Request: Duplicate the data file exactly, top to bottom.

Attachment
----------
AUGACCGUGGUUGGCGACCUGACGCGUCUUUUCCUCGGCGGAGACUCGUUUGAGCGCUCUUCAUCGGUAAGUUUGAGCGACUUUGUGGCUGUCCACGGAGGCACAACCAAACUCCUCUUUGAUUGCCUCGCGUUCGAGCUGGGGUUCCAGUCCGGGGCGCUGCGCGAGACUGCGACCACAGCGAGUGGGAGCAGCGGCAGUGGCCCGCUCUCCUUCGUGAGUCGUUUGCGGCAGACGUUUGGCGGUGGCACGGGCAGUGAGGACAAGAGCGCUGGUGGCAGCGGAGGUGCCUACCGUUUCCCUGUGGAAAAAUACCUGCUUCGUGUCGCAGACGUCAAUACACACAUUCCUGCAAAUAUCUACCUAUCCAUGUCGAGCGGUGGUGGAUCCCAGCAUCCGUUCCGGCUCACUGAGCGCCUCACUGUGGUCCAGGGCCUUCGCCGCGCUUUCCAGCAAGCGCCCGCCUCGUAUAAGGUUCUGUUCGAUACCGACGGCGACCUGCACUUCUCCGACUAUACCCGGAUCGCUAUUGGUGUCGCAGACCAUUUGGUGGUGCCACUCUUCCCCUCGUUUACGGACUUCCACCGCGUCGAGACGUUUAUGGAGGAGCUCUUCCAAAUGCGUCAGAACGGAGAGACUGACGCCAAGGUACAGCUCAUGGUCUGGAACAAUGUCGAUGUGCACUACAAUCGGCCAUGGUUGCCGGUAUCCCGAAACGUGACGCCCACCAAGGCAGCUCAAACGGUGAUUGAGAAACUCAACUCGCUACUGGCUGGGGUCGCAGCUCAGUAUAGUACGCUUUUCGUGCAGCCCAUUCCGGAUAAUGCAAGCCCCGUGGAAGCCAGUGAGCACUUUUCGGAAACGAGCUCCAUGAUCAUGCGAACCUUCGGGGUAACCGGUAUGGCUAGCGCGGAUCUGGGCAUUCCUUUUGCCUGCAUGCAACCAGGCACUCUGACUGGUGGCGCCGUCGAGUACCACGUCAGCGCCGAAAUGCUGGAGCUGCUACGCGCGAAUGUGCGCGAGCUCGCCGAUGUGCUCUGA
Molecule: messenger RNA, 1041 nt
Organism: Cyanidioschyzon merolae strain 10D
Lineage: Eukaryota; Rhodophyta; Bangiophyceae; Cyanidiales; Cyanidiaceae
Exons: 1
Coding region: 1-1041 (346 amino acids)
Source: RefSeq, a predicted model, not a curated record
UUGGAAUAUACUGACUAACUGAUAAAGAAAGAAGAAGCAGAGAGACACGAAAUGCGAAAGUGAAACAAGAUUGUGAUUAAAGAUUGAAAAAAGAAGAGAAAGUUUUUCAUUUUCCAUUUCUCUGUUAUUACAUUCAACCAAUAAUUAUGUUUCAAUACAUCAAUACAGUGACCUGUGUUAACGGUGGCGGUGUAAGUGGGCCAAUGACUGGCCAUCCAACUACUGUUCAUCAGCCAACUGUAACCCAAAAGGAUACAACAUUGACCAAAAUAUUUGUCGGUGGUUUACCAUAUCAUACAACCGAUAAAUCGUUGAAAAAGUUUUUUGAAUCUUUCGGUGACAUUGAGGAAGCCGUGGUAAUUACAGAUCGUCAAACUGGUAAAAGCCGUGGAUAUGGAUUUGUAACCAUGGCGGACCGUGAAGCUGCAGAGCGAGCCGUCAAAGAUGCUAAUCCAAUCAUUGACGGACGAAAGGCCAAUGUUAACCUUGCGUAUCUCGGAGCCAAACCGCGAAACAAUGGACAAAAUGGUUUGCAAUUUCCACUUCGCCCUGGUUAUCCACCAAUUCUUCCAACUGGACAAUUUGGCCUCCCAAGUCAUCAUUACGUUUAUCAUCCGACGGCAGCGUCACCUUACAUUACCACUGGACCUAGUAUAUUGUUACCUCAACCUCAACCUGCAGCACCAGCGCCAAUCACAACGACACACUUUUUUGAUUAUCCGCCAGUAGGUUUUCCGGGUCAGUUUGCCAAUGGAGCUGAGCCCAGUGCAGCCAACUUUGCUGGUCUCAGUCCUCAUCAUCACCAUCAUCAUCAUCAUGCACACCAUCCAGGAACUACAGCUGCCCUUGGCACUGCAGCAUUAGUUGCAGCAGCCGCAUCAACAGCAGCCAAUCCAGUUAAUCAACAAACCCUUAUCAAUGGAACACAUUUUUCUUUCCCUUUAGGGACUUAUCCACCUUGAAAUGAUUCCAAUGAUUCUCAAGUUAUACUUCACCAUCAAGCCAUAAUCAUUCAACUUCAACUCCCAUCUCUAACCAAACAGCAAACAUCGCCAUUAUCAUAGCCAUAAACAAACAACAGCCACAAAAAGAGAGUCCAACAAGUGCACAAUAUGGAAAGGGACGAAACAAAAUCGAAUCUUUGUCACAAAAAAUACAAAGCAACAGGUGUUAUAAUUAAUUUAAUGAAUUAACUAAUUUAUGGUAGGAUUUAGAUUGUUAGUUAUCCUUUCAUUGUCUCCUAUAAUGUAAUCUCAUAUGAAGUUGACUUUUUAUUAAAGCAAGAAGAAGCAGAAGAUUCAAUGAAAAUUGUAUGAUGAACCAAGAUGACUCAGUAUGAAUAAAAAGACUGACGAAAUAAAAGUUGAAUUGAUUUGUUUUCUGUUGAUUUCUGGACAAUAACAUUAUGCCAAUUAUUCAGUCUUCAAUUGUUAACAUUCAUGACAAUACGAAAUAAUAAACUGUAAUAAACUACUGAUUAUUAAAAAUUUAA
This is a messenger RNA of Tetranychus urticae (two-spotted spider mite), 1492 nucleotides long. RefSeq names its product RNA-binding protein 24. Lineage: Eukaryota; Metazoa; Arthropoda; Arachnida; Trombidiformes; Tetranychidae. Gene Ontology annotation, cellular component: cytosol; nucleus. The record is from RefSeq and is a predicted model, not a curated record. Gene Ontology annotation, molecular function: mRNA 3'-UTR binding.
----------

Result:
AUGACCGUGGUUGGCGACCUGACGCGUCUUUUCCUCGGCGGAGACUCGUUUGAGCGCUCUUCAUCGGUAAGUUUGAGCGACUUUGUGGCUGUCCACGGAGGCACAACCAAACUCCUCUUUGAUUGCCUCGCGUUCGAGCUGGGGUUCCAGUCCGGGGCGCUGCGCGAGACUGCGACCACAGCGAGUGGGAGCAGCGGCAGUGGCCCGCUCUCCUUCGUGAGUCGUUUGCGGCAGACGUUUGGCGGUGGCACGGGCAGUGAGGACAAGAGCGCUGGUGGCAGCGGAGGUGCCUACCGUUUCCCUGUGGAAAAAUACCUGCUUCGUGUCGCAGACGUCAAUACACACAUUCCUGCAAAUAUCUACCUAUCCAUGUCGAGCGGUGGUGGAUCCCAGCAUCCGUUCCGGCUCACUGAGCGCCUCACUGUGGUCCAGGGCCUUCGCCGCGCUUUCCAGCAAGCGCCCGCCUCGUAUAAGGUUCUGUUCGAUACCGACGGCGACCUGCACUUCUCCGACUAUACCCGGAUCGCUAUUGGUGUCGCAGACCAUUUGGUGGUGCCACUCUUCCCCUCGUUUACGGACUUCCACCGCGUCGAGACGUUUAUGGAGGAGCUCUUCCAAAUGCGUCAGAACGGAGAGACUGACGCCAAGGUACAGCUCAUGGUCUGGAACAAUGUCGAUGUGCACUACAAUCGGCCAUGGUUGCCGGUAUCCCGAAACGUGACGCCCACCAAGGCAGCUCAAACGGUGAUUGAGAAACUCAACUCGCUACUGGCUGGGGUCGCAGCUCAGUAUAGUACGCUUUUCGUGCAGCCCAUUCCGGAUAAUGCAAGCCCCGUGGAAGCCAGUGAGCACUUUUCGGAAACGAGCUCCAUGAUCAUGCGAACCUUCGGGGUAACCGGUAUGGCUAGCGCGGAUCUGGGCAUUCCUUUUGCCUGCAUGCAACCAGGCACUCUGACUGGUGGCGCCGUCGAGUACCACGUCAGCGCCGAAAUGCUGGAGCUGCUACGCGCGAAUGUGCGCGAGCUCGCCGAUGUGCUCUGA
Molecule: messenger RNA, 1041 nt
Organism: Cyanidioschyzon merolae strain 10D
Lineage: Eukaryota; Rhodophyta; Bangiophyceae; Cyanidiales; Cyanidiaceae
Exons: 1
Coding region: 1-1041 (346 amino acids)
Source: RefSeq, a predicted model, not a curated record
UUGGAAUAUACUGACUAACUGAUAAAGAAAGAAGAAGCAGAGAGACACGAAAUGCGAAAGUGAAACAAGAUUGUGAUUAAAGAUUGAAAAAAGAAGAGAAAGUUUUUCAUUUUCCAUUUCUCUGUUAUUACAUUCAACCAAUAAUUAUGUUUCAAUACAUCAAUACAGUGACCUGUGUUAACGGUGGCGGUGUAAGUGGGCCAAUGACUGGCCAUCCAACUACUGUUCAUCAGCCAACUGUAACCCAAAAGGAUACAACAUUGACCAAAAUAUUUGUCGGUGGUUUACCAUAUCAUACAACCGAUAAAUCGUUGAAAAAGUUUUUUGAAUCUUUCGGUGACAUUGAGGAAGCCGUGGUAAUUACAGAUCGUCAAACUGGUAAAAGCCGUGGAUAUGGAUUUGUAACCAUGGCGGACCGUGAAGCUGCAGAGCGAGCCGUCAAAGAUGCUAAUCCAAUCAUUGACGGACGAAAGGCCAAUGUUAACCUUGCGUAUCUCGGAGCCAAACCGCGAAACAAUGGACAAAAUGGUUUGCAAUUUCCACUUCGCCCUGGUUAUCCACCAAUUCUUCCAACUGGACAAUUUGGCCUCCCAAGUCAUCAUUACGUUUAUCAUCCGACGGCAGCGUCACCUUACAUUACCACUGGACCUAGUAUAUUGUUACCUCAACCUCAACCUGCAGCACCAGCGCCAAUCACAACGACACACUUUUUUGAUUAUCCGCCAGUAGGUUUUCCGGGUCAGUUUGCCAAUGGAGCUGAGCCCAGUGCAGCCAACUUUGCUGGUCUCAGUCCUCAUCAUCACCAUCAUCAUCAUCAUGCACACCAUCCAGGAACUACAGCUGCCCUUGGCACUGCAGCAUUAGUUGCAGCAGCCGCAUCAACAGCAGCCAAUCCAGUUAAUCAACAAACCCUUAUCAAUGGAACACAUUUUUCUUUCCCUUUAGGGACUUAUCCACCUUGAAAUGAUUCCAAUGAUUCUCAAGUUAUACUUCACCAUCAAGCCAUAAUCAUUCAACUUCAACUCCCAUCUCUAACCAAACAGCAAACAUCGCCAUUAUCAUAGCCAUAAACAAACAACAGCCACAAAAAGAGAGUCCAACAAGUGCACAAUAUGGAAAGGGACGAAACAAAAUCGAAUCUUUGUCACAAAAAAUACAAAGCAACAGGUGUUAUAAUUAAUUUAAUGAAUUAACUAAUUUAUGGUAGGAUUUAGAUUGUUAGUUAUCCUUUCAUUGUCUCCUAUAAUGUAAUCUCAUAUGAAGUUGACUUUUUAUUAAAGCAAGAAGAAGCAGAAGAUUCAAUGAAAAUUGUAUGAUGAACCAAGAUGACUCAGUAUGAAUAAAAAGACUGACGAAAUAAAAGUUGAAUUGAUUUGUUUUCUGUUGAUUUCUGGACAAUAACAUUAUGCCAAUUAUUCAGUCUUCAAUUGUUAACAUUCAUGACAAUACGAAAUAAUAAACUGUAAUAAACUACUGAUUAUUAAAAAUUUAA
This is a messenger RNA of Tetranychus urticae (two-spotted spider mite), 1492 nucleotides long. RefSeq names its product RNA-binding protein 24. Lineage: Eukaryota; Metazoa; Arthropoda; Arachnida; Trombidiformes; Tetranychidae. Gene Ontology annotation, cellular component: cytosol; nucleus. The record is from RefSeq and is a predicted model, not a curated record. Gene Ontology annotation, molecular function: mRNA 3'-UTR binding.